Of course this ring is very large and diffuse. The density of it is much lower than the other rings, so low that we have had spacecraft fly through this ring unharmed. It is not visible to normal telescopes, but cool objects give off infrared light making it the perfect target for the Spitzer Space Telescope.
Here is an artist conception of the ring. Saturn is way too small to see at this scale, a mere dot at the middle.
This ring is orbiting Saturn in the opposite direction of the other rings...so is the nearby Moon Phoebe. This leads to us to believe that Phoebe may be the source of material for the ring. And it solves a second mystery of the moon Iapetus. Iapetus is dark on one side and light on the other. It orbits inside this new ring in the opposite direction. Material from this ring appears to be spiraling in toward Saturn and coating one side of Iapetus giving rise to its unusual appearance.Unfortunately, Spitzer ran out of coolant in May. These observations were made before the coolant ran out. Observations such as this illustrate the importance of observing in all parts of the EM spectrum.
Reprinted with permission from the Half-Astrophysicist Blog.
I have been in the know on this for a while, but not at liberty to say anything (hence my secure and undisclosed location facebook status a few days ago) until the press release. My bossman is going to be there at the White House. I am in DC, but outside the White House setting a telescope for the public.
Skies are clearing after overnight rain...looks promising for tonight!
There were no passes, no interceptions, no yards gained or lost, and no emails last week. Therefore, I’ve decided to give this week’s blog a seasonal theme: spooky videos. Before the festivities begin though, I’d like to take this opportunity to remind Mr. Brett F. that he owes me big time for Monday night, buddy, big time.
Here’s an interesting video involving highway accidents and ghosts, or does it?
This video seems to prove that ghosts are old people. And that high pitched sound effects get tedious quickly:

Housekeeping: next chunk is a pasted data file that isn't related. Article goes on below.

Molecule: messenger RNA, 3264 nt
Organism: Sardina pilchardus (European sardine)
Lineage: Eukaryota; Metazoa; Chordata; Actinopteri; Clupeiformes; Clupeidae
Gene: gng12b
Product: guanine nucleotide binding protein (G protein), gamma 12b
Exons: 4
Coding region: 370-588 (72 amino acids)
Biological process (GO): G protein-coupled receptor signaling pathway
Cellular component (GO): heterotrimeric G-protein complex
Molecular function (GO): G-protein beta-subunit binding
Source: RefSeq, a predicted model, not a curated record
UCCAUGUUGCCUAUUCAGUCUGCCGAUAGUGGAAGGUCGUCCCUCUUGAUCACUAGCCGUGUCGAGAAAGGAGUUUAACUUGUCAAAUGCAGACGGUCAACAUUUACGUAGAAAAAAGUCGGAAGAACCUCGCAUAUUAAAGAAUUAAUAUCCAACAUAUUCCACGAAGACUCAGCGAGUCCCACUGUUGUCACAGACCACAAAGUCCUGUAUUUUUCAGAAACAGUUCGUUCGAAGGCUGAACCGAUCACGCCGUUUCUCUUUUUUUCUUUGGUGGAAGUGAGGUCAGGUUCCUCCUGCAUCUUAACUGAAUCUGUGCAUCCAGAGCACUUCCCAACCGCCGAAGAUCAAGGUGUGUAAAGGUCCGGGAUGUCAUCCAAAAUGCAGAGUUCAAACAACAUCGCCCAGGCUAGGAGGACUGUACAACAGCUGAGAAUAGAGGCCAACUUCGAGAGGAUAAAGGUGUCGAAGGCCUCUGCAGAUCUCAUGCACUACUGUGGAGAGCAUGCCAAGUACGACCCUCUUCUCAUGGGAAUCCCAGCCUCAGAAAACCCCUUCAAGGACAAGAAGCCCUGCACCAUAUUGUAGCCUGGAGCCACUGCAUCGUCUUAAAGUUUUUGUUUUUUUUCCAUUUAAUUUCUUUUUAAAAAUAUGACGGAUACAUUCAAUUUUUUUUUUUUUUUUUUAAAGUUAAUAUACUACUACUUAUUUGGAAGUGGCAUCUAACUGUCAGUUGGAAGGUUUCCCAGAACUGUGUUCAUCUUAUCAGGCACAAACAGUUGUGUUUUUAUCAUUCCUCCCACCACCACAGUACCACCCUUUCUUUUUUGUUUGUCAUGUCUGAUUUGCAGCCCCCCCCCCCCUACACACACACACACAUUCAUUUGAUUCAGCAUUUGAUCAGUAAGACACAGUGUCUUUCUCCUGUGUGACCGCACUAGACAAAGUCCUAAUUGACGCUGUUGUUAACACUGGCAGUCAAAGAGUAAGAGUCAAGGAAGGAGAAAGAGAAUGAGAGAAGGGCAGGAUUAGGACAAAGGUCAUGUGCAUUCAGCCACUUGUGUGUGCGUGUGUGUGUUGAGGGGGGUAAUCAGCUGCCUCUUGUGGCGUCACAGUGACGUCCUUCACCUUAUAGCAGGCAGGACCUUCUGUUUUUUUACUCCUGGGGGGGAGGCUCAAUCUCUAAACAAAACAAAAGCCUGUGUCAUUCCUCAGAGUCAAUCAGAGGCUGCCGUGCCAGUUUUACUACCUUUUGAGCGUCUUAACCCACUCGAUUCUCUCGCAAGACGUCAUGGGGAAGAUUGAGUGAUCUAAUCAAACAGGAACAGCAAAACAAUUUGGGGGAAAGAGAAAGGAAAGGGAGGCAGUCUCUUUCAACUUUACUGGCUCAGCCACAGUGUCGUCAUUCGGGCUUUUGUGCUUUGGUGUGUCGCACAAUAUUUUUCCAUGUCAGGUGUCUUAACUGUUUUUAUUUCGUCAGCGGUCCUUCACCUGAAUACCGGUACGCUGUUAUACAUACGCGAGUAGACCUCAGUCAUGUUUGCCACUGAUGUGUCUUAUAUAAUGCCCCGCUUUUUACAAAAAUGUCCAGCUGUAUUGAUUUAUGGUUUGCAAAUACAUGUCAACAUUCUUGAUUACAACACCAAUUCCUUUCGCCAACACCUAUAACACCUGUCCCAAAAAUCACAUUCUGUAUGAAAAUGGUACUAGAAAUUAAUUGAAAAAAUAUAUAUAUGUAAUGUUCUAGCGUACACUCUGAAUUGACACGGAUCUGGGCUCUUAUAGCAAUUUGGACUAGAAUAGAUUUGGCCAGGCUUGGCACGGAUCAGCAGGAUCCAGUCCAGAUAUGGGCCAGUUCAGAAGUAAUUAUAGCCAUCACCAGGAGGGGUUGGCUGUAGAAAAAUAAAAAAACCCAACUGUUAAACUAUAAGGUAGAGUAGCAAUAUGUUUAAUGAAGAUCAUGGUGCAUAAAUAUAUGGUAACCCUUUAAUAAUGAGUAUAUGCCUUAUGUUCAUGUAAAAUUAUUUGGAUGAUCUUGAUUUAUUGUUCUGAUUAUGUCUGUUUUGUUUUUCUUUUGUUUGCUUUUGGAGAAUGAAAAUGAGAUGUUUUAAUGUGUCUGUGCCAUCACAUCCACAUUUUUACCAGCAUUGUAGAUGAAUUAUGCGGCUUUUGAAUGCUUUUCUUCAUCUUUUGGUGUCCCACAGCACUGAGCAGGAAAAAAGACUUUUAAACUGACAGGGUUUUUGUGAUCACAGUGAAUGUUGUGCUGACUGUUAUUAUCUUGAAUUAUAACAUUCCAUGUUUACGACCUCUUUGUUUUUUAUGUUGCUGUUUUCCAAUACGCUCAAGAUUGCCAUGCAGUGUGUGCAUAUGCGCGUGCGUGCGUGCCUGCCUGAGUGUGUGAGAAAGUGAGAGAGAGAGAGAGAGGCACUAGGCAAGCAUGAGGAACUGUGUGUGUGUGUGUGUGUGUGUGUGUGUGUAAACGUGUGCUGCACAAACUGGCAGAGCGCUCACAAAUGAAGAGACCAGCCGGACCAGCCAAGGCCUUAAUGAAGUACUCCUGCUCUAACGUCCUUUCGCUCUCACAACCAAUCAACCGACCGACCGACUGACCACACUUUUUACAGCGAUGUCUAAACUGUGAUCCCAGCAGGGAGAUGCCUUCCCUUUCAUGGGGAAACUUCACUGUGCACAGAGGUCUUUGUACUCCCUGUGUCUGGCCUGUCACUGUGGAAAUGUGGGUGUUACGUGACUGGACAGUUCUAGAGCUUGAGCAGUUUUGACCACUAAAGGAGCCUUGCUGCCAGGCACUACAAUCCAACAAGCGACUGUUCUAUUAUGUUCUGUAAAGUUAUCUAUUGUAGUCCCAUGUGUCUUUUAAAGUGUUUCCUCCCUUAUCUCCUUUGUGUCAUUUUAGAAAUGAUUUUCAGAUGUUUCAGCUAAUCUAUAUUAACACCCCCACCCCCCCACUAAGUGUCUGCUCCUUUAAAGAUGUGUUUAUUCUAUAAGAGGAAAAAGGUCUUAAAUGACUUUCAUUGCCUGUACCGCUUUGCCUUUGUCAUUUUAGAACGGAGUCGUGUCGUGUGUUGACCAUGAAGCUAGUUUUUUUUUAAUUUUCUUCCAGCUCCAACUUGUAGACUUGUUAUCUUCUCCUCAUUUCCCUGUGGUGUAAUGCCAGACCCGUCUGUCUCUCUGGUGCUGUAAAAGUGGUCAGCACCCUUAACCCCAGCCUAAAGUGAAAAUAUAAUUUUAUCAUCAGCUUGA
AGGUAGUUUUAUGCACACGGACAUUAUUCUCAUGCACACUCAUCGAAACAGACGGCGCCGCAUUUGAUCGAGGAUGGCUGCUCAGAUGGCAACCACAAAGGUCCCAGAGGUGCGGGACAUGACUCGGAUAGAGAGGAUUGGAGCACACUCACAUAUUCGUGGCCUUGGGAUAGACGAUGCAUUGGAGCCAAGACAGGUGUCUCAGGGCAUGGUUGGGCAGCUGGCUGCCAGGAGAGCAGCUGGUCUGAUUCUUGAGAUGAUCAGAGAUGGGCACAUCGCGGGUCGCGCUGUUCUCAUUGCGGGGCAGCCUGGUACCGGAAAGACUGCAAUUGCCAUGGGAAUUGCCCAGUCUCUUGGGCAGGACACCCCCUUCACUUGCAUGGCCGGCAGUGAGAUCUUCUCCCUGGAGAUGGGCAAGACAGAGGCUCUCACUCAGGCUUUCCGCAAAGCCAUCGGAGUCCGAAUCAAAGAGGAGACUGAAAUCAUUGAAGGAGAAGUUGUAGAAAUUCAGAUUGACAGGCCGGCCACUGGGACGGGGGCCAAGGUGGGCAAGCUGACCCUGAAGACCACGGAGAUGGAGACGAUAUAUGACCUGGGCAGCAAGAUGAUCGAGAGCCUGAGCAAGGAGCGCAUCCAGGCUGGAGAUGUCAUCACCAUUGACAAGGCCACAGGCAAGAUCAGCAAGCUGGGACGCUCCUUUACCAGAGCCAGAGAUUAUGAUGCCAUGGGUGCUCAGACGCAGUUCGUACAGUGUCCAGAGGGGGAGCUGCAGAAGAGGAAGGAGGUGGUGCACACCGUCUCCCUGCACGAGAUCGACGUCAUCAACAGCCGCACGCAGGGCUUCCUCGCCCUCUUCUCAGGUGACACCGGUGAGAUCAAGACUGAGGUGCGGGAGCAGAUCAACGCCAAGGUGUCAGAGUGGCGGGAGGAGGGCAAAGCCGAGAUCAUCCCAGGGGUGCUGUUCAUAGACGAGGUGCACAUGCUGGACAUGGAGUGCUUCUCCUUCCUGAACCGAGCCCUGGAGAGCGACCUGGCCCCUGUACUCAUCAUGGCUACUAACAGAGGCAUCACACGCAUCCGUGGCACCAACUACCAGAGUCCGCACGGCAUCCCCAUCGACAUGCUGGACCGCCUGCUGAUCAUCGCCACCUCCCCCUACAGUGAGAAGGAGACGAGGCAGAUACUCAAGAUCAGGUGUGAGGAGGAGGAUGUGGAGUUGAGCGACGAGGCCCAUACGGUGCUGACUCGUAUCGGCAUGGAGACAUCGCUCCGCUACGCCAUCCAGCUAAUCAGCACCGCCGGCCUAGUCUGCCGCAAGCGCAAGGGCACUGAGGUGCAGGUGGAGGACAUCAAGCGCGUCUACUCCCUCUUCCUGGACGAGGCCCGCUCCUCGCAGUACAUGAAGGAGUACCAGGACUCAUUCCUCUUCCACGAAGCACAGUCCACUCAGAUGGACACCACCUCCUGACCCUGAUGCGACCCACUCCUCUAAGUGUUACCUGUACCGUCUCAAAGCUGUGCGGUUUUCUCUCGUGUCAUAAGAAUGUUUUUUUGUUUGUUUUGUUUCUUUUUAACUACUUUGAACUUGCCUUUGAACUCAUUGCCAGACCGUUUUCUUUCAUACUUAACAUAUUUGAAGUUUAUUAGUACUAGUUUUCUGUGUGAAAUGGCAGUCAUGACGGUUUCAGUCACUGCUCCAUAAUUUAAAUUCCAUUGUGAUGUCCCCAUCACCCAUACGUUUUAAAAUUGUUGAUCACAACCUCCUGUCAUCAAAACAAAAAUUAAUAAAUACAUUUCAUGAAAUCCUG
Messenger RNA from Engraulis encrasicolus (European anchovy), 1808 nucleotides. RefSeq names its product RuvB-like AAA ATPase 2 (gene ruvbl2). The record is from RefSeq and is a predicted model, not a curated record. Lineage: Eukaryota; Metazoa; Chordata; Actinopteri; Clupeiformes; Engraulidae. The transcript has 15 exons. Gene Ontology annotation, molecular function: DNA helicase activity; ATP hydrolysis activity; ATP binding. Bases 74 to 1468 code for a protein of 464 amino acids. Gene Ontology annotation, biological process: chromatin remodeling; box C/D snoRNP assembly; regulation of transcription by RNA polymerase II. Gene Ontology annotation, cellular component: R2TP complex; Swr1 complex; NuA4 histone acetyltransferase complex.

It’s not just ghosts that come out at this time of year. Consider “Flying Witches Filmed Over Mexican Skies:”
Finally, here’s a little clip to demonstrate the dangers of messing with the spirit world when you don’t know what you’re doing:
Be sure to avoid those kinds of complications and entrust your paranormal needs to a professional psychic. You can contact one here: firstname.lastname@example.org.
That’s it for this week, my dears. I love you all. Enjoy the ghosts and ghouls of October. The trees will put on a spectacular show for us. Brylcreem!
Tuesday, October 6, 2009
I still think that the moment he took the field, the entire Packer defensive line should have beat the snot out of him. Sure, there would have been some fines, but think of all the pent-up hostilities that it would have released.
Monday, October 5, 2009
Mom is 88. She fell and shattered a hip three years ago. After the surgery, her doctor prescribed Boniva, a medication for the management of postmenopausal osteoporosis. She received that for a month or two, then SeniorCare decided that was too expensive and they wouldn't cover it. So her doctor had to find an alternative. He then prescribed Fosamax, which essentially does what Boniva did, but it has to be taken more often. She's been doing OK on that for a couple of years. Now SeniorCare has decided that Fosamax is too expensive, too. So we're back to playing the find a less expensive (and often less effective) alternative game.
This has not happened with only one medication. It has occured with her acid reflux meds, pain meds, and heart meds. Her doctors prescribe something, the insurance says no, and she is left without medication while SeniorCare, pharmaceutical companies and the doctors slug it out. She once was transported to the ER because they thought she was having a heart attack. It turned out to be the under-treated acid reflux disease - under-treated because SeniorCare (NOT a medical doctor) demanded that she take a useless over-the-counter alternative. A trip to the ER is more economical than a pill?
It's quite obvious that the care of seniors is the last thing SeniorCare is concerned with. As always, money is more important than people. And as always, people who worked their entire life take it in the ass while Medicaid provides cradle to grave coverage for those who leeched off of them.
Screw you, Doyle.
Sunday, October 4, 2009
There was a very amusing segment on this week's Wait, Wait' Don't Tell Me where they asked panelist P.J. O'Rourke a question about the name change. Turns out that he is part of an older, less internet savvy generation who didn't quite know the meaning of WTF until the other panelists kind of helped him out and led him to a very funny moment of revelation.
Just an amusing story about changing times and how name that may have been innocent years ago suddenly has some baggage attached to it.